Verdict: A lot of what we’d already seen, but some pretty good stuff all the same.

Nintendo

Nintendo Logo

I haven’t been big on Nintendo for while now.  I feel for every innovation they push, they make 2 boneheaded moves that ignore modern innovations.  Still, the Switch seems to have done well for them!  Most of their stuff gets shown in the Nintendo Direct stuff they do, but they had some nice presentations here.  Xenoblade Chrinicles 2 looks fantastic, pity I haven’t played the series at all.  A new Kirby game is nice, but I suspect a lot of people were very excited to see Metroid Prime 4.  Whilst it’s only a logo for now, it’s a great series to try to bring back.  I think I’d have rather they try to create a new Metroid series, but Prime was an excellent trilogy so I understand their thinking.  Yoshi.  Yay.  Fire Emblem Warriors.  Also yay.

Rocket League is coming to the Switch which is nice.  It has cross play too which makes a lot of sense in this era.  Throwing in Nintendo items is a smart move.  Then, there’s Mario Odyssey.  Damn that trailer is good.  Suitable song, fun looking gameplay (I want to possess a koopa!) and frankly stunning visuals.  This and Breath of the Wild are pushing me towards buying a Switch.

Verdict: Nintendo forever relying on their established franchises.  Still, what they have looks pretty good.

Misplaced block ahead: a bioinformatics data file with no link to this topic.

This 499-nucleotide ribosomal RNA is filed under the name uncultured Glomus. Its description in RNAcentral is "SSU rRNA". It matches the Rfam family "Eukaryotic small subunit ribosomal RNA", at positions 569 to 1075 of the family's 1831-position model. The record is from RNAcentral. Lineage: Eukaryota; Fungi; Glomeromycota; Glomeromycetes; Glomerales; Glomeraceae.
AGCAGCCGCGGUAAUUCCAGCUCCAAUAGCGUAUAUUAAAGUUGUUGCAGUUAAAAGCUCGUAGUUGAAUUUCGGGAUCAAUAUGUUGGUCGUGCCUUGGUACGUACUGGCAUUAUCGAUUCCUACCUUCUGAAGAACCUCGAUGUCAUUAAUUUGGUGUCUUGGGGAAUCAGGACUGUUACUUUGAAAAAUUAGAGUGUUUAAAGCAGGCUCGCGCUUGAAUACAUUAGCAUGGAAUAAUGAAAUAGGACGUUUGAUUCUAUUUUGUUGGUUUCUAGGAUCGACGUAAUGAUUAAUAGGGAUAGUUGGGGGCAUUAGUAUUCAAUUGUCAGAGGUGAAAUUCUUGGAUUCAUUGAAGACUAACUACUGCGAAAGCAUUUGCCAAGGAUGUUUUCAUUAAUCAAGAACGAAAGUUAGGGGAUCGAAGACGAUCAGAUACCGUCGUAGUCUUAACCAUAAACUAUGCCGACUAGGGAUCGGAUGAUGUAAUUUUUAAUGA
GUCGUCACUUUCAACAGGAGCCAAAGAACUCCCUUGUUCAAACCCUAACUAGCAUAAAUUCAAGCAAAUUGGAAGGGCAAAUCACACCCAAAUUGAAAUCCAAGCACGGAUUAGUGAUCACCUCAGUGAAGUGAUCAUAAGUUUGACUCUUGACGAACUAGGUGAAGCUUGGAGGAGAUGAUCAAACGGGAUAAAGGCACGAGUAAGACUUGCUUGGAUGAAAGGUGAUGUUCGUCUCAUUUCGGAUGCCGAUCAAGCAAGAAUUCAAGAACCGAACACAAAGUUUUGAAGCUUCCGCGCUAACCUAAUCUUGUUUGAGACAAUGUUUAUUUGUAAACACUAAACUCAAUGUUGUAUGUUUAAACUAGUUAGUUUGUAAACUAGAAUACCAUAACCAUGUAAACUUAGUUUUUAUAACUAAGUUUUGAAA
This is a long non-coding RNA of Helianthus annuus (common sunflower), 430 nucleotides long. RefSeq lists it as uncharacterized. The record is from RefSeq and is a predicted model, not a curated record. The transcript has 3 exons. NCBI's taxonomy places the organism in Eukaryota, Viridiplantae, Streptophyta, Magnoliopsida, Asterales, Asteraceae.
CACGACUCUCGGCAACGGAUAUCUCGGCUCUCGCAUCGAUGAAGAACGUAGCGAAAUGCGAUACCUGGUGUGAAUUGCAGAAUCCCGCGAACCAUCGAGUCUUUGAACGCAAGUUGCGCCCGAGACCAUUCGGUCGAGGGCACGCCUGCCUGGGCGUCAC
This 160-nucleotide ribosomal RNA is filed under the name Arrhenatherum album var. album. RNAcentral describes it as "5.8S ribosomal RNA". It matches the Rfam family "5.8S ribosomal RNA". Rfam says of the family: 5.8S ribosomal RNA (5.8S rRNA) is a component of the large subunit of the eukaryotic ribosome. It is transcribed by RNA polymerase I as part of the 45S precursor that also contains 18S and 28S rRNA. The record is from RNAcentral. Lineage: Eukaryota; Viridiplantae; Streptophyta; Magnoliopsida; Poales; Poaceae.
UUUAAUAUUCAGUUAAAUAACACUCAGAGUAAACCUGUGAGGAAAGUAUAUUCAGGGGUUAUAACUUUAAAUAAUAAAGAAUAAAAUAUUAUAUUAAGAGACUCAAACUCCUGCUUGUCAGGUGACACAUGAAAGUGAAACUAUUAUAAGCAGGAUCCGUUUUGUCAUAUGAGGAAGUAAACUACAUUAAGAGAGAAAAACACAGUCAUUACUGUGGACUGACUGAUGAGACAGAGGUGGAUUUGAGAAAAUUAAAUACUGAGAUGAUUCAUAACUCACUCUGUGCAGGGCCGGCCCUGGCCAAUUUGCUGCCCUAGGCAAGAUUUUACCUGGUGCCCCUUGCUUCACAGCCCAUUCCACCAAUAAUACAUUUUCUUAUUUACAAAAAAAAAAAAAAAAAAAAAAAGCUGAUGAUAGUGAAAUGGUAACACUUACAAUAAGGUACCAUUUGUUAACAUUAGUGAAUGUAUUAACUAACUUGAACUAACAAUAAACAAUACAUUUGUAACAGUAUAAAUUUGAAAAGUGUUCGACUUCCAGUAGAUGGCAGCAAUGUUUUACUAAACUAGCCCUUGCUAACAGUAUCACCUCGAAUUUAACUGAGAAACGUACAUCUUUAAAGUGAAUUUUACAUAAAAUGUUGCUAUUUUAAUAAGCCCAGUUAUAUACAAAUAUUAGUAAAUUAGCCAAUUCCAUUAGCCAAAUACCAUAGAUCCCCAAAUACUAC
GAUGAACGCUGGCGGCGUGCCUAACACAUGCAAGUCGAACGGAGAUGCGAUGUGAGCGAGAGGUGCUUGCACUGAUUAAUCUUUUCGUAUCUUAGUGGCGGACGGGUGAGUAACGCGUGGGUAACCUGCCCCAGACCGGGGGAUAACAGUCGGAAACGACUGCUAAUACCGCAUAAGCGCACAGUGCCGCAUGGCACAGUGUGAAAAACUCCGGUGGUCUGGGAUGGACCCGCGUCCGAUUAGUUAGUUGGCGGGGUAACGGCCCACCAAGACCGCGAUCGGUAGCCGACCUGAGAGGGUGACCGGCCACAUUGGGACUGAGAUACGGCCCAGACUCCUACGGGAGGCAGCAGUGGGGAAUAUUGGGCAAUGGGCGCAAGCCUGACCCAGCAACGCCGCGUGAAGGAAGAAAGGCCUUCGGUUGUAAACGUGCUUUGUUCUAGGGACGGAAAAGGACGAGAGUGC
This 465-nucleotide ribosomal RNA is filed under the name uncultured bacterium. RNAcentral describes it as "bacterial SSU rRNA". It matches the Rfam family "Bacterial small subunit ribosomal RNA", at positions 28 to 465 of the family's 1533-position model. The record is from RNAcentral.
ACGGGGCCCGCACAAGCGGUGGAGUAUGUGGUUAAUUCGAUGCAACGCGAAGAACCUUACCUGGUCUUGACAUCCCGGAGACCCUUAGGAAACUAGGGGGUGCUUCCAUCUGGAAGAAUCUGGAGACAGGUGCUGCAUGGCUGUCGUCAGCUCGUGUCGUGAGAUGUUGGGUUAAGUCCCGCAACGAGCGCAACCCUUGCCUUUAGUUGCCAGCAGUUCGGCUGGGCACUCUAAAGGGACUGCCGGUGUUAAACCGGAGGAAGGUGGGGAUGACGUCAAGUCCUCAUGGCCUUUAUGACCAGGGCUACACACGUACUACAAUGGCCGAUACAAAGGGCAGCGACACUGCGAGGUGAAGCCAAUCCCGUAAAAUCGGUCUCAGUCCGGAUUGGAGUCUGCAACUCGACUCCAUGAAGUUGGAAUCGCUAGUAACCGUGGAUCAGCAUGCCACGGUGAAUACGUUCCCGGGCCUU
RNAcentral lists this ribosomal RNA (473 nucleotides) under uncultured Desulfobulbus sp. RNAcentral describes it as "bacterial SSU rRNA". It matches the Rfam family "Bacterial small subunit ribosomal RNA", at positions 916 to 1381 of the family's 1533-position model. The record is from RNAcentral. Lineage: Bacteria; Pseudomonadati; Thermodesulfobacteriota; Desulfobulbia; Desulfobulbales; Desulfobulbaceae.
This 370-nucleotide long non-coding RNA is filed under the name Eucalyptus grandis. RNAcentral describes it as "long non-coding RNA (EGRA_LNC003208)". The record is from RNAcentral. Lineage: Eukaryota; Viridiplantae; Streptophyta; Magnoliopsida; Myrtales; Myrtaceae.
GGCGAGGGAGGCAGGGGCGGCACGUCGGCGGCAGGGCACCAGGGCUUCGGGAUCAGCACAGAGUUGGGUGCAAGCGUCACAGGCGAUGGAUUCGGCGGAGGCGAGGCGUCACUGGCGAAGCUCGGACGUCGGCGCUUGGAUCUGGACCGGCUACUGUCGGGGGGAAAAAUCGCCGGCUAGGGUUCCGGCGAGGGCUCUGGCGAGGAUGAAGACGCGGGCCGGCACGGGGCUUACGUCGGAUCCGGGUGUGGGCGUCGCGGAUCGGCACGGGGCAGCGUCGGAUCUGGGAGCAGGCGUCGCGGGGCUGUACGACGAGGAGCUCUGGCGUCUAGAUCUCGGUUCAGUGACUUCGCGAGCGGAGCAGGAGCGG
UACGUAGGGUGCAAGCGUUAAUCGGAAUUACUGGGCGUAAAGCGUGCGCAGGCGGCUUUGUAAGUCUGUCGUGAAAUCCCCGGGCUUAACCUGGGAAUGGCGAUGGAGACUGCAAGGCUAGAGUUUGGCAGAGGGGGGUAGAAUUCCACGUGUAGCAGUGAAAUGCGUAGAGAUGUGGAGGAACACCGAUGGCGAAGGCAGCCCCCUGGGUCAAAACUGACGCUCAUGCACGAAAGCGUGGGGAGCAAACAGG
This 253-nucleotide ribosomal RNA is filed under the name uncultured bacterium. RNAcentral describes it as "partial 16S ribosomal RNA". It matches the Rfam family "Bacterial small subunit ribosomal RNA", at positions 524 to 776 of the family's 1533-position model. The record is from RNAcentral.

So what did you like most from the show?  Would you rather go there in person?  Let me know!

 

Tokyo Twilight Ghost Hunters Daybreak Special Gigs – That’s one hell of a title.

I’m pretty confident that Japan does this to troll English speaking audiences.  They get the development team together and name, grab an English dictionary and pick out 5 to 8 random words and tell us that’s the English title for the game.  Let’s break down that title shall we?  So we’re in Tokyo, during twilight probably.  We’ll be hunting ghosts.  Then there’s…daybreak?  Wasn’t it twilight a minute ago?  And what’s a special gig?  Are we a band that fights ghosts?  You know what, forget all that.  A band that fights ghosts sounds like a great idea for a game.  Make it happen Japan!

Tokyo Twilight Ghost Hunters